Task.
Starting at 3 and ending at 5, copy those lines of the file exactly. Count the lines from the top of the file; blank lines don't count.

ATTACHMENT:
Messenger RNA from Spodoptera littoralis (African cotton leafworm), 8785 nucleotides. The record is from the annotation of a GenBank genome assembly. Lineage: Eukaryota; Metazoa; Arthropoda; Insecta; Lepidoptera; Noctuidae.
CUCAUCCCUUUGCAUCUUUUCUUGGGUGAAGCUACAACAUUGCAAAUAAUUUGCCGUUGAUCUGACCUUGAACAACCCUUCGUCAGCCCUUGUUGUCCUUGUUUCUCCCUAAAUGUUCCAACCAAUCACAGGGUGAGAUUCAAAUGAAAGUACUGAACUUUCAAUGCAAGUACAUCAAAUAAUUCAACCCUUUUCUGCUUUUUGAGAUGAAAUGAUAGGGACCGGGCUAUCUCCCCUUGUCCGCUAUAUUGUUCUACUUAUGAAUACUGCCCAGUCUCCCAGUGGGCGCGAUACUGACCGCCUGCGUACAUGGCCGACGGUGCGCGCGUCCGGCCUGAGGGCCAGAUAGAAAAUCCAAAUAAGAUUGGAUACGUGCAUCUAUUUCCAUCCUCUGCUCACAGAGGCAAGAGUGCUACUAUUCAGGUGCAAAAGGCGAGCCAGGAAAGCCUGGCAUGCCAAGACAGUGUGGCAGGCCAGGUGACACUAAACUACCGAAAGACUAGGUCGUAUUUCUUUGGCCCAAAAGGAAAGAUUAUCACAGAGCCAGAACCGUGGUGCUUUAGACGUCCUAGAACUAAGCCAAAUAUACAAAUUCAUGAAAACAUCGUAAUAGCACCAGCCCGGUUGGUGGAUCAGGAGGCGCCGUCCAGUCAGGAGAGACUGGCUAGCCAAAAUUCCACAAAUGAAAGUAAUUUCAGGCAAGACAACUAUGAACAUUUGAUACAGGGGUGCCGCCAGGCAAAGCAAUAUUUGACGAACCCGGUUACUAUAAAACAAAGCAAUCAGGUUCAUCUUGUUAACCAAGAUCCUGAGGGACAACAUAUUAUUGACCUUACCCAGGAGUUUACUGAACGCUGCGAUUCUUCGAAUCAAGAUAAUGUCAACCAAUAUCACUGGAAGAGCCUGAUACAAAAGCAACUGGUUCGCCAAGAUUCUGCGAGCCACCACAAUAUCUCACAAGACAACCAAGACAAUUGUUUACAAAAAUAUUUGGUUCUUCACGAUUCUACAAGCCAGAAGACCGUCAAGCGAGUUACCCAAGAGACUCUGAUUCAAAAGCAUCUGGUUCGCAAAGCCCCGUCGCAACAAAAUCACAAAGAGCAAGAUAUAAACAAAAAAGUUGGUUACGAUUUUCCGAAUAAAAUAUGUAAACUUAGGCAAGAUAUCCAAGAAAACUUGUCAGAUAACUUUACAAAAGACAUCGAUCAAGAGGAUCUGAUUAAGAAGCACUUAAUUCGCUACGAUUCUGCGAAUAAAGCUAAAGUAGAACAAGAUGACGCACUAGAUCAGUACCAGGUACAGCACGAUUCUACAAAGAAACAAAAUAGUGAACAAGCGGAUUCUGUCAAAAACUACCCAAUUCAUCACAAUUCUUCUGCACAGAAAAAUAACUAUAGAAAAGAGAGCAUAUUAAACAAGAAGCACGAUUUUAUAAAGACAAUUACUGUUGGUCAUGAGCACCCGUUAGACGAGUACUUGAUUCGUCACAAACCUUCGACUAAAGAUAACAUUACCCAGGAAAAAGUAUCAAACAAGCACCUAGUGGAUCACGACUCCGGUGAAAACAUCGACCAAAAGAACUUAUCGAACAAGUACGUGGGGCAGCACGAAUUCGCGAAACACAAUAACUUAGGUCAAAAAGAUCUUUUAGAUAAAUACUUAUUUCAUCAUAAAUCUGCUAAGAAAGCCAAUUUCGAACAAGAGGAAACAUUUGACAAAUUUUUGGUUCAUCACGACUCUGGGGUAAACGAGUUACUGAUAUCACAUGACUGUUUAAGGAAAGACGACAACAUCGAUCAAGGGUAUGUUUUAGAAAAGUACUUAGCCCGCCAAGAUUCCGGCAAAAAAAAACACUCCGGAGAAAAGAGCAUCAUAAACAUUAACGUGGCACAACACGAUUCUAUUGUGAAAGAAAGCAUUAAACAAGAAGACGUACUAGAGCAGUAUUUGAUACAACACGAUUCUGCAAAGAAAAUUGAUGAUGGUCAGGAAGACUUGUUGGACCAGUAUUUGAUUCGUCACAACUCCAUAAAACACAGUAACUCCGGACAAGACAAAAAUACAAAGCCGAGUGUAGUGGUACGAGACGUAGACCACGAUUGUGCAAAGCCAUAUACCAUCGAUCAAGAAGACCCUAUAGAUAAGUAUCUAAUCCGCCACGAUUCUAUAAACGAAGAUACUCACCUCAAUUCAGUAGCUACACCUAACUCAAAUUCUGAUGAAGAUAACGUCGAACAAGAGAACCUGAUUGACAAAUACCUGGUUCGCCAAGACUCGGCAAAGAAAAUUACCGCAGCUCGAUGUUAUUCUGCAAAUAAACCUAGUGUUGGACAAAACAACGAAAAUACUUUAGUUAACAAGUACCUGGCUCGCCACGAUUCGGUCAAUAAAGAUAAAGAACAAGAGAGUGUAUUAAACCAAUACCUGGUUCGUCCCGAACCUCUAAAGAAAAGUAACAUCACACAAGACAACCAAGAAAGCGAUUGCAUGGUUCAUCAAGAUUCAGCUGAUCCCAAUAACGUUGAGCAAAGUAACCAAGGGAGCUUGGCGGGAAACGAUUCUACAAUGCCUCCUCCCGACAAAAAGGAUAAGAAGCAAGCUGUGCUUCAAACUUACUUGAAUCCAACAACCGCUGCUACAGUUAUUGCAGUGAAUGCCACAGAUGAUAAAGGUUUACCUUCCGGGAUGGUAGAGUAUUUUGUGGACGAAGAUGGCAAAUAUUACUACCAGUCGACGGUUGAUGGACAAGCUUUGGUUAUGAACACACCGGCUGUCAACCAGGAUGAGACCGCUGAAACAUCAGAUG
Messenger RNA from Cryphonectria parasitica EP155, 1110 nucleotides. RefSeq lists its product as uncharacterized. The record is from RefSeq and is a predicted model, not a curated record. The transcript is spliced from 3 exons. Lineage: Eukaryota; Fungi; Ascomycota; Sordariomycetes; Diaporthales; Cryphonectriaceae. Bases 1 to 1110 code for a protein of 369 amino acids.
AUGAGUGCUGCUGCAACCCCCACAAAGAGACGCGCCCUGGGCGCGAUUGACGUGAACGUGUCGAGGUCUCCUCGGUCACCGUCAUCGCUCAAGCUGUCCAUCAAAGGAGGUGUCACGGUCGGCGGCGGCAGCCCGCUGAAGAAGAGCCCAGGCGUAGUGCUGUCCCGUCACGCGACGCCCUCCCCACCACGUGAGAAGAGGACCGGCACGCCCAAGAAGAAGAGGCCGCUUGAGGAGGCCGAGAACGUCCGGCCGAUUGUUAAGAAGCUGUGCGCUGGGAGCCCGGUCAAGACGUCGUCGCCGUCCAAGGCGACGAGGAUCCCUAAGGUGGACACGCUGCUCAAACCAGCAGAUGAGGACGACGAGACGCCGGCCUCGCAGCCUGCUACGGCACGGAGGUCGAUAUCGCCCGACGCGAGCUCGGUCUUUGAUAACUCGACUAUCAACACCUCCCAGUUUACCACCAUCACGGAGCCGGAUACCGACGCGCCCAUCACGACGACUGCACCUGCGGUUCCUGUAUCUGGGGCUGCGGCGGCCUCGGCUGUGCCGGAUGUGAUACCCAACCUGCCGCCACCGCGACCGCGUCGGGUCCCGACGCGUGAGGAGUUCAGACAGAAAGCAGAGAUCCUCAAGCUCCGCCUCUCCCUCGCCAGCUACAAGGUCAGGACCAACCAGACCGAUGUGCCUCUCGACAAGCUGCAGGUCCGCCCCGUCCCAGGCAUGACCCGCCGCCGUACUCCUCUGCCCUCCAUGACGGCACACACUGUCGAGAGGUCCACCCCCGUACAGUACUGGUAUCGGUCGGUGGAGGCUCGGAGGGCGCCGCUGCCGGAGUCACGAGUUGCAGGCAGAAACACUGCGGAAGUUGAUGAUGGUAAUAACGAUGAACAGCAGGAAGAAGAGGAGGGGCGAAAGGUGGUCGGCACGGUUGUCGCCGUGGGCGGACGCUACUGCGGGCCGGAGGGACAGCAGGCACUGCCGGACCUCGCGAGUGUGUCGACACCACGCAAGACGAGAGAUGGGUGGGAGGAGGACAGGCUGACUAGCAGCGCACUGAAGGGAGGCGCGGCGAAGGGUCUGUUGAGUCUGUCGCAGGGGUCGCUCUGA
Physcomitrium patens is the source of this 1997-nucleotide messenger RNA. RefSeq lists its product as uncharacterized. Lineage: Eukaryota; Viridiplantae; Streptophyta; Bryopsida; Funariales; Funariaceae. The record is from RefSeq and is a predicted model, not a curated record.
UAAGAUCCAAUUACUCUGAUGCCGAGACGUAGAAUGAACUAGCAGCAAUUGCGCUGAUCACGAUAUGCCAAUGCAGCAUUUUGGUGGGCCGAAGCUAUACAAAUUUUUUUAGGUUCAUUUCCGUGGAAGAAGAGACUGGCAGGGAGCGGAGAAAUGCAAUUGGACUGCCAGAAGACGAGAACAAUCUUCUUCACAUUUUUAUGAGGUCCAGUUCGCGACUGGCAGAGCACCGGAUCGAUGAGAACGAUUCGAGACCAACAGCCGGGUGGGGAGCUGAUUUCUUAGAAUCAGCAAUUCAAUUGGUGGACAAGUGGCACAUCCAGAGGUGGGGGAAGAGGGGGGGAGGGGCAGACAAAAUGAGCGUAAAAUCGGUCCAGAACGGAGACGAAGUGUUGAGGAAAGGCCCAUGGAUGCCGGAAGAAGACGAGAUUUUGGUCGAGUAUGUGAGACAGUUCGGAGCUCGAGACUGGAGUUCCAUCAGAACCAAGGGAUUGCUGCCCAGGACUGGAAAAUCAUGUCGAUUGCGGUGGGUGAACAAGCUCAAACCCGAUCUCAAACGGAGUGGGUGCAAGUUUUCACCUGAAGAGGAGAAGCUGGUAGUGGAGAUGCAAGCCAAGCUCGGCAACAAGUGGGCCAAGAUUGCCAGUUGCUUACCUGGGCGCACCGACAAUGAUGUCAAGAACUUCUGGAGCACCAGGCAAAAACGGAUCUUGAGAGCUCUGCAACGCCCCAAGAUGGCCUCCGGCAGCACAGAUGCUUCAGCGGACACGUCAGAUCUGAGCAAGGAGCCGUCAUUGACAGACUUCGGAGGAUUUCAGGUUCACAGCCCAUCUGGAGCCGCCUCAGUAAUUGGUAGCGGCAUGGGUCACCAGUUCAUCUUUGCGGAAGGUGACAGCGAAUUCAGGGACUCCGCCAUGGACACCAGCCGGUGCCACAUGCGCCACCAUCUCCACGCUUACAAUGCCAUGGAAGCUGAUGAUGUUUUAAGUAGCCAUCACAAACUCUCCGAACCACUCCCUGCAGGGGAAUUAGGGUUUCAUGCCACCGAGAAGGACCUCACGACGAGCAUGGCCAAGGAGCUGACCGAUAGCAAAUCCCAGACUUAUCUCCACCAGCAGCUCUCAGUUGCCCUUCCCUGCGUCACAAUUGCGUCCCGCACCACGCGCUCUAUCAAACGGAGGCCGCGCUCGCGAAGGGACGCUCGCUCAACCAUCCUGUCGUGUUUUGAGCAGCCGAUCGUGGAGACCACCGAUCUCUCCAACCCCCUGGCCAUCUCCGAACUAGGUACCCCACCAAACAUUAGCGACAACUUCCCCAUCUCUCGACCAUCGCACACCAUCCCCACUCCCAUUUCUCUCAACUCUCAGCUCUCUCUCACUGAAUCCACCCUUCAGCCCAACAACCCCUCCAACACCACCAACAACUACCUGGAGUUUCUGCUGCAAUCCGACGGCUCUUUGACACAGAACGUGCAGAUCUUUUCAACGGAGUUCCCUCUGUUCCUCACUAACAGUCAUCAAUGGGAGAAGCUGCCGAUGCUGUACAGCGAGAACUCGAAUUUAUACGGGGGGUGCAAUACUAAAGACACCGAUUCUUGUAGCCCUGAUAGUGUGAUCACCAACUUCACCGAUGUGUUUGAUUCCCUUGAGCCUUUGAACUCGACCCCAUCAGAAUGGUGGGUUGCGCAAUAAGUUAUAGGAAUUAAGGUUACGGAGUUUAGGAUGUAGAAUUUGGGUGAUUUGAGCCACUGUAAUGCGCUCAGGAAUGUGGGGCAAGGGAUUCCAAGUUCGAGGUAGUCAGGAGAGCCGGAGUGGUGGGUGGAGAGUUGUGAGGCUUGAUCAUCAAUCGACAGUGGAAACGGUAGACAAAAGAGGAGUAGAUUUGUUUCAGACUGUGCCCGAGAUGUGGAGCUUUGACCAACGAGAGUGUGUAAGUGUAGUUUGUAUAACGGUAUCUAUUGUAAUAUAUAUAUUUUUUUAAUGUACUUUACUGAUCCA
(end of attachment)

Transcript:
Messenger RNA from Cryphonectria parasitica EP155, 1110 nucleotides. RefSeq lists its product as uncharacterized. The record is from RefSeq and is a predicted model, not a curated record. The transcript is spliced from 3 exons. Lineage: Eukaryota; Fungi; Ascomycota; Sordariomycetes; Diaporthales; Cryphonectriaceae. Bases 1 to 1110 code for a protein of 369 amino acids.
AUGAGUGCUGCUGCAACCCCCACAAAGAGACGCGCCCUGGGCGCGAUUGACGUGAACGUGUCGAGGUCUCCUCGGUCACCGUCAUCGCUCAAGCUGUCCAUCAAAGGAGGUGUCACGGUCGGCGGCGGCAGCCCGCUGAAGAAGAGCCCAGGCGUAGUGCUGUCCCGUCACGCGACGCCCUCCCCACCACGUGAGAAGAGGACCGGCACGCCCAAGAAGAAGAGGCCGCUUGAGGAGGCCGAGAACGUCCGGCCGAUUGUUAAGAAGCUGUGCGCUGGGAGCCCGGUCAAGACGUCGUCGCCGUCCAAGGCGACGAGGAUCCCUAAGGUGGACACGCUGCUCAAACCAGCAGAUGAGGACGACGAGACGCCGGCCUCGCAGCCUGCUACGGCACGGAGGUCGAUAUCGCCCGACGCGAGCUCGGUCUUUGAUAACUCGACUAUCAACACCUCCCAGUUUACCACCAUCACGGAGCCGGAUACCGACGCGCCCAUCACGACGACUGCACCUGCGGUUCCUGUAUCUGGGGCUGCGGCGGCCUCGGCUGUGCCGGAUGUGAUACCCAACCUGCCGCCACCGCGACCGCGUCGGGUCCCGACGCGUGAGGAGUUCAGACAGAAAGCAGAGAUCCUCAAGCUCCGCCUCUCCCUCGCCAGCUACAAGGUCAGGACCAACCAGACCGAUGUGCCUCUCGACAAGCUGCAGGUCCGCCCCGUCCCAGGCAUGACCCGCCGCCGUACUCCUCUGCCCUCCAUGACGGCACACACUGUCGAGAGGUCCACCCCCGUACAGUACUGGUAUCGGUCGGUGGAGGCUCGGAGGGCGCCGCUGCCGGAGUCACGAGUUGCAGGCAGAAACACUGCGGAAGUUGAUGAUGGUAAUAACGAUGAACAGCAGGAAGAAGAGGAGGGGCGAAAGGUGGUCGGCACGGUUGUCGCCGUGGGCGGACGCUACUGCGGGCCGGAGGGACAGCAGGCACUGCCGGACCUCGCGAGUGUGUCGACACCACGCAAGACGAGAGAUGGGUGGGAGGAGGACAGGCUGACUAGCAGCGCACUGAAGGGAGGCGCGGCGAAGGGUCUGUUGAGUCUGUCGCAGGGGUCGCUCUGA
Physcomitrium patens is the source of this 1997-nucleotide messenger RNA. RefSeq lists its product as uncharacterized. Lineage: Eukaryota; Viridiplantae; Streptophyta; Bryopsida; Funariales; Funariaceae. The record is from RefSeq and is a predicted model, not a curated record.